Next came the party games. Pass the parcel. Pin the tail on the donkey. Blind man’s bluff. All conducted silently and efficiently. A girl would end up crying and leave early. What fun!
Sounds hellish now and so very posh and formal, but it was anything but! We lived in a respectable street of council houses, where people had their ‘standards’. It was an honour to be invited and as far as we knew, we were actually enjoying ourselves. And if we got through without getting slapped (because getting slapped was big in the 70s), bonus!
Fast forward to the 21st century and, well, it really is like we’re living in the 21st century! Parties arranged via Facebook. Parents scarcely involved. No party food. Money given as gifts. Birthday cards occasionally given, but few are acceptable (definitely not the ones with the badge!). No venue for the party, instead roaming the shopping mall and eating there. Attendees must also have money to join in the ’party’. Small coterie of close friends only, no large groups. Tantrums over being chaperoned.
What. Is. Going. On? I remember the first time our daughter was told that the party gifts were all to be cash. Eh? When did it become ok to request a gift, never mind a cash gift? And again, we live an ordinary life! No Aston Martin, no mansion, no swimming pool. These are just ordinary twelve year old girls who live in the neighbourhood. Apparently, this is just how it’s done now.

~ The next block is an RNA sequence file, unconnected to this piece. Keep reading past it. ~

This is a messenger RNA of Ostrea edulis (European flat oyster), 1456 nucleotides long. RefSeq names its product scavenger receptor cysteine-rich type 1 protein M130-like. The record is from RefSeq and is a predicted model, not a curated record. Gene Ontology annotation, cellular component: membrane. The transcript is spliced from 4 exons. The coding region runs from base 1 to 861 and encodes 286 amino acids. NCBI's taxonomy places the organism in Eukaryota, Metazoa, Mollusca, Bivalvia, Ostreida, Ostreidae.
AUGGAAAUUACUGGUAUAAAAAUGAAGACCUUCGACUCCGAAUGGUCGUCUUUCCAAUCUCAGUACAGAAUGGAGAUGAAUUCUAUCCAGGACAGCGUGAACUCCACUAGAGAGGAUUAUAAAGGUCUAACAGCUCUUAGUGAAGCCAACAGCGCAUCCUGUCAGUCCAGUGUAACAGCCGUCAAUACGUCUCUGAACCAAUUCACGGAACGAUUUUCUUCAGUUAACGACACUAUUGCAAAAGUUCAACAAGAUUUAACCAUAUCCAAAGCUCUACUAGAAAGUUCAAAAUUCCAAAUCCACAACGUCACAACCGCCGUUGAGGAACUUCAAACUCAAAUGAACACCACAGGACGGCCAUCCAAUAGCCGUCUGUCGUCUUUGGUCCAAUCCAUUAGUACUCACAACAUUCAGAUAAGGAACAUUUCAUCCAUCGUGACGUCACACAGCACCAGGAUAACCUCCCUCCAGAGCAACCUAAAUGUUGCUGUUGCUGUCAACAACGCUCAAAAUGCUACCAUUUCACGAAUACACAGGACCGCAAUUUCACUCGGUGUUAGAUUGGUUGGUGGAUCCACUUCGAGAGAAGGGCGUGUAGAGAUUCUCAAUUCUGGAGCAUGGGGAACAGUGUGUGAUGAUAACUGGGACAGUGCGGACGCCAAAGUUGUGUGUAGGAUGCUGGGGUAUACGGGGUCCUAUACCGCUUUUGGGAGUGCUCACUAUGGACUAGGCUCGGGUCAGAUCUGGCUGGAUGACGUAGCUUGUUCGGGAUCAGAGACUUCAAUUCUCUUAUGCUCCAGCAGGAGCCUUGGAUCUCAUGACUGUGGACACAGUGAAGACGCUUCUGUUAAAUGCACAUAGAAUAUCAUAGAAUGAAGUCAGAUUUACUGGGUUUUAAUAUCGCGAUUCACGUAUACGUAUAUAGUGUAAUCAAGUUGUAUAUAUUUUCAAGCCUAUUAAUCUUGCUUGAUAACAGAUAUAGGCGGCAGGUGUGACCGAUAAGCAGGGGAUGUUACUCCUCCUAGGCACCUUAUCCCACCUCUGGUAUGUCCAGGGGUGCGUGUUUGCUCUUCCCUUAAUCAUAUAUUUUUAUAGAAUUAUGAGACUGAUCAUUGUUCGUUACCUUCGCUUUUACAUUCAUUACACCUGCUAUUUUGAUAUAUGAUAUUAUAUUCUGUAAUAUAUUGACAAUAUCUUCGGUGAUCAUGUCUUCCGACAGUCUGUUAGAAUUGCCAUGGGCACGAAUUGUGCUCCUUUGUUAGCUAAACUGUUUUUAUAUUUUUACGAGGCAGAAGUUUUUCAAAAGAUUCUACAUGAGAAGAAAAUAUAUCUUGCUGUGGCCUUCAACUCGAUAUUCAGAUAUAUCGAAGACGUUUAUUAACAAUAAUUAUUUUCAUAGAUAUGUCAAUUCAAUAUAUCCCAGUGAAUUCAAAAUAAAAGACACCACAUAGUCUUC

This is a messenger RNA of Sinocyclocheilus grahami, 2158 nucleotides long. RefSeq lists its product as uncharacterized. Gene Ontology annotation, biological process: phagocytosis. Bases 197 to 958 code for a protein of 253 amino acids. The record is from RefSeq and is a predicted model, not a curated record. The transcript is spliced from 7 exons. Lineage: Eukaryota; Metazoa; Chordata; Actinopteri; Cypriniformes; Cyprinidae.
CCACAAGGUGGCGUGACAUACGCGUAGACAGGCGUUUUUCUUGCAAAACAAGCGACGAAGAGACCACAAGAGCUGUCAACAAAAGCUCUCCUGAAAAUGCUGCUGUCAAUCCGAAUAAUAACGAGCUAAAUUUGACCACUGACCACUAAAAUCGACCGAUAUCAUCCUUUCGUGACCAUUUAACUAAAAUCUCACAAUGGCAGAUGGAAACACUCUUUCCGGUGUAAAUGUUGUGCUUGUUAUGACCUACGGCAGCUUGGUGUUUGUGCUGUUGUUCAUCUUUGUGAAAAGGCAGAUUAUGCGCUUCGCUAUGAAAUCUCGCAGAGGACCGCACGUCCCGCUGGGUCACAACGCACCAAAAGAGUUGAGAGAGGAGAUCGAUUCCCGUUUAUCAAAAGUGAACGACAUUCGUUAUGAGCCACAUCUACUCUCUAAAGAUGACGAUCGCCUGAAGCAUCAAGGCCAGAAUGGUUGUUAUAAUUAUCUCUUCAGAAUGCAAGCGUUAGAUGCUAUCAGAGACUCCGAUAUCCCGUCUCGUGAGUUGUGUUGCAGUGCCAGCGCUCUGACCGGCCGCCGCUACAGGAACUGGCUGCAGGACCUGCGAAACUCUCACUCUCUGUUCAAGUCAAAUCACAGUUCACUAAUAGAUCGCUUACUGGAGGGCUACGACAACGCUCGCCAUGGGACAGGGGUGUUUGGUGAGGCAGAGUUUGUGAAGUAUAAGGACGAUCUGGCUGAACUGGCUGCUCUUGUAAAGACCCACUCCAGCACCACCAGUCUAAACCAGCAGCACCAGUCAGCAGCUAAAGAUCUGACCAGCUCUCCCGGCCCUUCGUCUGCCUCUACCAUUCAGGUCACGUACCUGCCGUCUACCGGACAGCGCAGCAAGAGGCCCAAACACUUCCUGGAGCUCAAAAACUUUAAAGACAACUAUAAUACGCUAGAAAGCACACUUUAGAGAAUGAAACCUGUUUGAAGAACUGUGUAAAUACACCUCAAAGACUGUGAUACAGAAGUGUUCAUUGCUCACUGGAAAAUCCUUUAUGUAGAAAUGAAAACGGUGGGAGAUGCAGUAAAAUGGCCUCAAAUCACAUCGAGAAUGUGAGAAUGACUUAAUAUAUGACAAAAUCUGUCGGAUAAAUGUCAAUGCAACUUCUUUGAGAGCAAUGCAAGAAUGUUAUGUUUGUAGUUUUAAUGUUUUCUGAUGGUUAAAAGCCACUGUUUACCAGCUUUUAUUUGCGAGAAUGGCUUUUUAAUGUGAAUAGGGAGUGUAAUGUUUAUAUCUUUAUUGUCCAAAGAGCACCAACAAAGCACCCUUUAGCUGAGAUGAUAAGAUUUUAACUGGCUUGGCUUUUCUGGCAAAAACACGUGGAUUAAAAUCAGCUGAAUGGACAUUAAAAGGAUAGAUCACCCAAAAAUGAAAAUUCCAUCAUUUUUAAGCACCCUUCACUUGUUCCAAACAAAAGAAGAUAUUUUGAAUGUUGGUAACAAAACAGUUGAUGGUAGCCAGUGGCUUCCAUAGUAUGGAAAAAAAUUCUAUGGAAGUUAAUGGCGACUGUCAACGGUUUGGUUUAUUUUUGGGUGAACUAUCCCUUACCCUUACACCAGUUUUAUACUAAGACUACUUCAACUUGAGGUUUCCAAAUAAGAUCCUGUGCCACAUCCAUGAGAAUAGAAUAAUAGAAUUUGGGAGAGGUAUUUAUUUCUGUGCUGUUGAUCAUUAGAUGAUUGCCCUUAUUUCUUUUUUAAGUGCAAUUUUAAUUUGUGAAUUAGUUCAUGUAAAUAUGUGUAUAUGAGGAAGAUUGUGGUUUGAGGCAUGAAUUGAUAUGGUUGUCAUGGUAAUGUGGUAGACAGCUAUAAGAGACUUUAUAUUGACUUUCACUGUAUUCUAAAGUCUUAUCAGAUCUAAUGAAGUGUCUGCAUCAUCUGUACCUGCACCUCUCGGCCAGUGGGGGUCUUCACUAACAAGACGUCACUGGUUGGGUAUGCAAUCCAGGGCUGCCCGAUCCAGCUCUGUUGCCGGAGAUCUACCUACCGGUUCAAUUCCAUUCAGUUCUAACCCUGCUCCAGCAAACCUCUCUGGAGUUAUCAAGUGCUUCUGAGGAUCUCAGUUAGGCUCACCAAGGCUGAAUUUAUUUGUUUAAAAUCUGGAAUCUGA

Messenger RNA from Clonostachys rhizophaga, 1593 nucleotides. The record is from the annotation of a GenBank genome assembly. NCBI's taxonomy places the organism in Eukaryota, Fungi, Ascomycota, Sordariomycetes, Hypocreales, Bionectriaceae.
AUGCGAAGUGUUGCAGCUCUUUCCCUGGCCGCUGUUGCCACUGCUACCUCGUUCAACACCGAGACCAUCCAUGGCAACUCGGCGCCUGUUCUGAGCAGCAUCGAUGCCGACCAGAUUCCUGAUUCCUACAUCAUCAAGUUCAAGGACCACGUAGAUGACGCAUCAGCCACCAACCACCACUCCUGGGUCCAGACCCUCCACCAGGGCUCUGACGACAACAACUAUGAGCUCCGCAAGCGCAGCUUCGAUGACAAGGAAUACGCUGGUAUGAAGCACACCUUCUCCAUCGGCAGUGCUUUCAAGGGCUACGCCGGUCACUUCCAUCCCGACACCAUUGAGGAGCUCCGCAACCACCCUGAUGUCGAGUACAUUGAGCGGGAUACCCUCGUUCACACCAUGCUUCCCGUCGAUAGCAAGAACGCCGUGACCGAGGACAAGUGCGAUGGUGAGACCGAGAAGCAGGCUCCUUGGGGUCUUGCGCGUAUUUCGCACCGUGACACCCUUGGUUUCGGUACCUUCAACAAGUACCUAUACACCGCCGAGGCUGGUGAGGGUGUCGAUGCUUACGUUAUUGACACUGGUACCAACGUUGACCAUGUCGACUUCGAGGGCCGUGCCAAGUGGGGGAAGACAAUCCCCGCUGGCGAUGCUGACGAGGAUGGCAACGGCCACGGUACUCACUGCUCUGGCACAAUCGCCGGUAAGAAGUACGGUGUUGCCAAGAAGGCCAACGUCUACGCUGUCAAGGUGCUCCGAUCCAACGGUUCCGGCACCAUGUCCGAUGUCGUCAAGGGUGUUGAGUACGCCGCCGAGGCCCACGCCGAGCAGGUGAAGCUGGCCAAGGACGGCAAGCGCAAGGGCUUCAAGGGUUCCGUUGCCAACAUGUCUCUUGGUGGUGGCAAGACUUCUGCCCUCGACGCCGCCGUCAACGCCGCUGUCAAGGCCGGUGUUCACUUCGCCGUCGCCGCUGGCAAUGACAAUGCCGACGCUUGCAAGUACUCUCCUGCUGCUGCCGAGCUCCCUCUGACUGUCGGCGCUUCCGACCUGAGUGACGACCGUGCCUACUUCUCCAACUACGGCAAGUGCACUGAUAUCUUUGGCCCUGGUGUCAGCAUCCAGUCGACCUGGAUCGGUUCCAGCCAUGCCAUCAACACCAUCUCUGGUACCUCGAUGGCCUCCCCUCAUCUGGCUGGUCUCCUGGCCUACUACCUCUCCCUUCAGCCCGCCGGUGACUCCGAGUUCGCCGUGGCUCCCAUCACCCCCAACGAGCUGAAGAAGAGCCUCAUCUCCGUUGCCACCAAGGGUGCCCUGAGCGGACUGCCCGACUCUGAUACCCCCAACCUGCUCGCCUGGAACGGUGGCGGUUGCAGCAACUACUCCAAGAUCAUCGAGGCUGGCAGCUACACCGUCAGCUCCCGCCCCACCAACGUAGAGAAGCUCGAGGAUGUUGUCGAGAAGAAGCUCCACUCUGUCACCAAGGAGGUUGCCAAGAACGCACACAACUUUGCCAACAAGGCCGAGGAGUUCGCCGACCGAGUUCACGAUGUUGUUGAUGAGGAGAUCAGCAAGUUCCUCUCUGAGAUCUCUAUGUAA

I can’t help thinking – wouldn’t they be happier with a spam sandwich and a game of snap? Wouldn’t a polystyrene cup of weak orange squash be so much more fun than an outing to McDonald’s? Think of the fun of nibbling the top of the cup! Work with me here! A game of Scrabble instead of iPhones? No?
No. It’s different now and no going back! And to be really honest, I love the strange, free-form way kids communicate and arrange things. It’s a sign of the times. In this age of companies who only exist on the web, taxi companies with no taxis, accommodation companies with no accommodation – is it any wonder kids are developing really weird ways of interacting with each other?
Well it isn’t weird to them, and that, I think, is how I got from parties in the 70s to life in the age of the internet. Back then it was all structure and tradition. Now it’s all about memes, social media and fluid communication. Kids navigate any number of different games and social media platforms without ever realising how sophisticated that really is! Outings and meet-ups are arranged spontaneously and short-notice. They’re growing up with this new normal, and it’s their world. They understand it.
I’m fascinated and excited by it all. Things are changing so quickly in the world that you can almost see it happening. And as long as we make sure our children are navigating the digital world safely – and keeping a balance between all of that and connecting with family, I’m all for this amazing pace of change.
I may not always understand it all, but I don’t have to. I just have to understand my child.